By Donu Kogbara
WHEN Dr Goodluck Jonathan became Acting President, while Yar’Adua was still receiving treatment in Saudi Arabia, he acquired substantial powers and started to take bold decisions that moved the country forward.

But the atmosphere continued to be poisoned by uncertainty and tension.
There were constant debates about issues such as whether Yar’Adua should be impeached for not handing over to Jonathan properly before he went abroad, whether his wife and cronies were lying when they said he was getting better, whether he would ever be well enough again to step back into the driving seat, whether a medical panel should be established to assess the state of his health, whether Jonathan would be pushed back into the number two slot when Yar’Adua was dramatically flown back home under cover of darkness.

And so on.

When Yar’Adua eventually passed away (may his soul rest in peace), many people – including several Southerners and Northerners who genuinely regretted his unfortunate and premature demise – breathed sighs of relief about the fact that Jonathan had become a fully- fledged President. And I noticed that most of the people who welcomed Jonathan’s elevation fell into two main categories.

One group just felt that the nation had been seriously undermined while Yar’Adua was ill, incommunicado and incapable of playing a dynamic leadership role.

The other group simply said that it was fitting that the Nigeria ship of state should, for the first time ever, be run by a Niger Deltan.

Every brand new leader has virulent opponents from day one. But most folks are willing, initially at least, to quietly or noisily support brand new leaders who have reasonable track records and unthreatening images. And Jonathan received enormous amounts of goodwill when he first took over.

I clearly recall being in many places where anyone who dared to criticise him was shouted down.

However, this “honeymoon” period rarely lasts for any leader. Coldly analytical scepticism usually sets in after a while. And many of those who kicked off by praising Jonathan to the high heavens are now saying that they are sick of him.

For the past few weeks, I have been regularly encountering disgruntled citizens – his fellow Niger Deltans in particular – who once regarded Jonathan as a potential Messiah who could deliver change, development, prosperity and stability, but are now furiously complaining about what he has done or not done.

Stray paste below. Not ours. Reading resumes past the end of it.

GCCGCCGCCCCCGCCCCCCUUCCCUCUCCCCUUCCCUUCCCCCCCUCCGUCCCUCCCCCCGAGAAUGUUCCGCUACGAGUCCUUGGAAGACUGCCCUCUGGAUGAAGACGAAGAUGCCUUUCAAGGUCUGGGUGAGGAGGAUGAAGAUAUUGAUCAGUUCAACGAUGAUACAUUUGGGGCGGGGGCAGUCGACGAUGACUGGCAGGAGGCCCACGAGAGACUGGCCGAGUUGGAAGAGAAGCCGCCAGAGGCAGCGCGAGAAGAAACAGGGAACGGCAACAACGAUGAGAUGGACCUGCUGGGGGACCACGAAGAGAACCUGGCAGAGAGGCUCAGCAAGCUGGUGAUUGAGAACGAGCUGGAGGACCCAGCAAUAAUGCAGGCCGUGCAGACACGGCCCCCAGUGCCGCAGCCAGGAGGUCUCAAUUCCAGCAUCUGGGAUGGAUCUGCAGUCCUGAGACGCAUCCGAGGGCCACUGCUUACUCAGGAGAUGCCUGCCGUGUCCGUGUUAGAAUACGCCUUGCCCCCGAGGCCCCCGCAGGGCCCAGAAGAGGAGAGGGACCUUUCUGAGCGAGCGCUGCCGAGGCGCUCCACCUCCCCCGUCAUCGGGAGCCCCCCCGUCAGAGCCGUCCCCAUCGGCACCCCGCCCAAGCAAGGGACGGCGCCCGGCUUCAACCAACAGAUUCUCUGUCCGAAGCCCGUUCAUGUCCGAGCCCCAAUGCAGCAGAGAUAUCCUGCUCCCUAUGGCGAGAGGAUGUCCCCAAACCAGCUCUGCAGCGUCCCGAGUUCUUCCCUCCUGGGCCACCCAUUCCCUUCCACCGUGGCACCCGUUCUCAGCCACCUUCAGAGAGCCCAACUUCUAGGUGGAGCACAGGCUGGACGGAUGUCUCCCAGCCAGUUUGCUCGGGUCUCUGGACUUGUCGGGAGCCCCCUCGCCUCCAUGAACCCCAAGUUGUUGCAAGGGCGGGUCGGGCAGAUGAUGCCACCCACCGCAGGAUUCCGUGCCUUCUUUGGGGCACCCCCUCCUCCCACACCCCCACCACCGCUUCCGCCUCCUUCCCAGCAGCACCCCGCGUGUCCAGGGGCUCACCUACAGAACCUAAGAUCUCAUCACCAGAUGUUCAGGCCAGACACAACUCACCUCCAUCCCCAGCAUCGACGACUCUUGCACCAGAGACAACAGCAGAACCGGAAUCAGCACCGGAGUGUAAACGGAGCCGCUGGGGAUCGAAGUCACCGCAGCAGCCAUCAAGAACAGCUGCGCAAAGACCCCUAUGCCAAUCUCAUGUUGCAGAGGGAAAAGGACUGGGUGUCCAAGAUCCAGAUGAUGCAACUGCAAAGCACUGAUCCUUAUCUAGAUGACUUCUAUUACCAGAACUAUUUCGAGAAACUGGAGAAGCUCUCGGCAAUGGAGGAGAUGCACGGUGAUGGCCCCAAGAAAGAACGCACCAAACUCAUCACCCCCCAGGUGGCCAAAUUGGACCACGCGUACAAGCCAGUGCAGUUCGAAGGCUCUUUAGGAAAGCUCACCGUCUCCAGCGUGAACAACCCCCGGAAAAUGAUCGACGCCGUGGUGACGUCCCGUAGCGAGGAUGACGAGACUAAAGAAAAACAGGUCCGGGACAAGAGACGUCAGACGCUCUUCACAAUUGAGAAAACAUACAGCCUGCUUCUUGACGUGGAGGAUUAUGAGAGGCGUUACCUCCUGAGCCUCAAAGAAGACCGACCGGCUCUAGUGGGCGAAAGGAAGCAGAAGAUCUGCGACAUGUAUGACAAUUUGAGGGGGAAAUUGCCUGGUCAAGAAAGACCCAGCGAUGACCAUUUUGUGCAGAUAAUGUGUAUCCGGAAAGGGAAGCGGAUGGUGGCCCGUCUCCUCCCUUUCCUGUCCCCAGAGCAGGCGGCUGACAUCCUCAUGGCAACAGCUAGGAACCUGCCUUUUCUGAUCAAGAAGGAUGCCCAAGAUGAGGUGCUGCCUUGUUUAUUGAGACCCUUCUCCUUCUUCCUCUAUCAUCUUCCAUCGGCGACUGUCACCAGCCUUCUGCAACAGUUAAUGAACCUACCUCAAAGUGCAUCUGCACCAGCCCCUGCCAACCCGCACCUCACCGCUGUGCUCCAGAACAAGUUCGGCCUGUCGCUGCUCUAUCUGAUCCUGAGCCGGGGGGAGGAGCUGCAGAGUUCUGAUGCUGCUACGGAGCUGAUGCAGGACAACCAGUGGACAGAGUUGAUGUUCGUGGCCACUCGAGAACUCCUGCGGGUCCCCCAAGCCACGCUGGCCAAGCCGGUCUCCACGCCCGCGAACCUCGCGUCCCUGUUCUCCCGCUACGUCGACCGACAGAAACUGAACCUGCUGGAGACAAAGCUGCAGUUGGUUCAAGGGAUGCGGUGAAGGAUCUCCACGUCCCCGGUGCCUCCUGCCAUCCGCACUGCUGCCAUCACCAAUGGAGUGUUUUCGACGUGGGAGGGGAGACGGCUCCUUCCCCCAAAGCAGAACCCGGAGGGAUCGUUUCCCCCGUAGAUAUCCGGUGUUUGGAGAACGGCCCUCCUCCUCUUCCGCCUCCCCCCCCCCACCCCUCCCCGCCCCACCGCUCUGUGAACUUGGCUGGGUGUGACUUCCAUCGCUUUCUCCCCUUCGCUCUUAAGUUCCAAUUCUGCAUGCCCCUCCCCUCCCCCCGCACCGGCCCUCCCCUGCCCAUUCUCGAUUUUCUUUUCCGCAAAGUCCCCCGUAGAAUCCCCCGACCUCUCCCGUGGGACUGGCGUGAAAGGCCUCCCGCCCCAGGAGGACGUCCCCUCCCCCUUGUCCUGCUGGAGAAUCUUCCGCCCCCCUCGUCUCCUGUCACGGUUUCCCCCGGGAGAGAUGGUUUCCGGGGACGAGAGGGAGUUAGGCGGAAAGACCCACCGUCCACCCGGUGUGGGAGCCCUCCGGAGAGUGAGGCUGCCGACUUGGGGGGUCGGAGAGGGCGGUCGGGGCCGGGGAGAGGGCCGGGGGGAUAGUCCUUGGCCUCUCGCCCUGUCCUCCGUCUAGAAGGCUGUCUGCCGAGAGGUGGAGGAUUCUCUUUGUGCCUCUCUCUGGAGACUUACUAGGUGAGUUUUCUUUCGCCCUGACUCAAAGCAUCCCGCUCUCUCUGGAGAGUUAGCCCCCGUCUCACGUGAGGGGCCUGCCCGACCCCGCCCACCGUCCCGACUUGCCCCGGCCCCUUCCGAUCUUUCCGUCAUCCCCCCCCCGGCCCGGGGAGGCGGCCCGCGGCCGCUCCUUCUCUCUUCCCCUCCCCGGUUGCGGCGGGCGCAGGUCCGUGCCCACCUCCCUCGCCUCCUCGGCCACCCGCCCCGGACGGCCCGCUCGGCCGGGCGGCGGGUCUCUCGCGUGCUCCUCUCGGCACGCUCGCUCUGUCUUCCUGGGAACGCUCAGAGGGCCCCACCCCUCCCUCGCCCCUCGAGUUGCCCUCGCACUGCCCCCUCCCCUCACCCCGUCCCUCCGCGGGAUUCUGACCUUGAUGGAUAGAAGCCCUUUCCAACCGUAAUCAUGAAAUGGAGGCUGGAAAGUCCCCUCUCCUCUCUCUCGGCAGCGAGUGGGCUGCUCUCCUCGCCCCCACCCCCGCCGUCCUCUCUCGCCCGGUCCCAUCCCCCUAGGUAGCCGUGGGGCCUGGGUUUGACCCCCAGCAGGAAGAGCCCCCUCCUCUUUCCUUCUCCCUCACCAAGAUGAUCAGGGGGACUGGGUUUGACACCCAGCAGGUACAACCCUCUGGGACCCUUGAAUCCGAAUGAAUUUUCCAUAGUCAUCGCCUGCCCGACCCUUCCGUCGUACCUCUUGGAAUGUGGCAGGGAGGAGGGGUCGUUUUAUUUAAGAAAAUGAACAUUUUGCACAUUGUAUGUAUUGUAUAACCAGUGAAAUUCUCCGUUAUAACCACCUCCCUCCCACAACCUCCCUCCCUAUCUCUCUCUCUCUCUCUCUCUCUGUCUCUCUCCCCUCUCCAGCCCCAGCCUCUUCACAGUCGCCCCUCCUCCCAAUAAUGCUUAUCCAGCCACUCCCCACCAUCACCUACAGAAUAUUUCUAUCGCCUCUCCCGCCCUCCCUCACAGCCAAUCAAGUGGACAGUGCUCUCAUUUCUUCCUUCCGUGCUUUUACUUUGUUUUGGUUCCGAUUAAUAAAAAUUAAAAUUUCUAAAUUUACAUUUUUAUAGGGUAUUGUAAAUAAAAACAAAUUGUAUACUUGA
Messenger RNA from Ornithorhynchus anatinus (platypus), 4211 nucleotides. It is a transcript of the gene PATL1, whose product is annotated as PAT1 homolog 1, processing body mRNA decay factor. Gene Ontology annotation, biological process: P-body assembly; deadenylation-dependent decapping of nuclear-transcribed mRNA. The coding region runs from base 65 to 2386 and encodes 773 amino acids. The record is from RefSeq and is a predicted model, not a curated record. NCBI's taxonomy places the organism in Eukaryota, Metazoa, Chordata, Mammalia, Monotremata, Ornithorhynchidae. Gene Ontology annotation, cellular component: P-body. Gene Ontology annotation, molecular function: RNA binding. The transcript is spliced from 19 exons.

A major percentage of these former fans are even seriously thinking about not voting for Jonathan if he decides to stand as a presidential candidate next year.

And, frankly, though I don’t agree with every negative opinion that Jonathan’s nouveau detractors are expressing, I understand why they are so aggrieved.
Despite being a longstanding South-South advocate who was sad when Yar’Adua died but was nevertheless glad that he was being replaced by “my big brother” Jonathan, I am not totally happy about his regime’s modus operandi and mindset.

And I must confess that there are times when I am so disillusioned that I wonder why I bothered to hang a large photograph of him in my house.

But you know what I tell myself and other dissatisfied Niger Deltans whenever we are tempted to give up on our Oga?…“IT’S NOT JUST ABOUT JONATHAN!”

It is not about an individual who possesses flaws like all mere mortals. It is about important collective aspirations that should transcend personal gripes.

And I’m sorry if this sounds primitively and blindly sectional, but I have wearily concluded that all Niger Deltans should throw their weight behind Jonathan – not necessarily because of who he is but because of what he represents.

Since Nigeria gained independence from British colonial masters nearly 50 years ago, nobody  from our geopolitical zone has ever occupied the top post.

Most of this country’s wealth flows from our ancestral lands and creeks.

But we have been cruelly and consistently marginalised. And since we have yearned for a leader “of our own” for ages, we must not waver or falter now that one of us has finally been given a chance to run the show.

We may not always like the way he runs it. He (and those of his sidekicks who are corrupt, arrogant and inept) may frequently or occasionally upset us. And we are entitled to bellyache when we are angry with him and them. But we should still try to stand by him because he is from our beleaguered backyard!

I also have a photograph of Barack Obama hanging in my house because I have a sense of history. Even if Obama did not impress me – and he does – I would still celebrate him as the first Black American President. And it is this same sense of history that has persuaded me to keep Jonathan’s portrait on my wall.

Dr Goodluck  Jonathan comes from Ogbia, the local government area from which the first barrel of Nigerian oil was exported in 1958. And there is an element of Poetic Justice – something mystical – about the fact that God chose a man from that precise location to be the first Niger Deltan to head the Giant of Africa.


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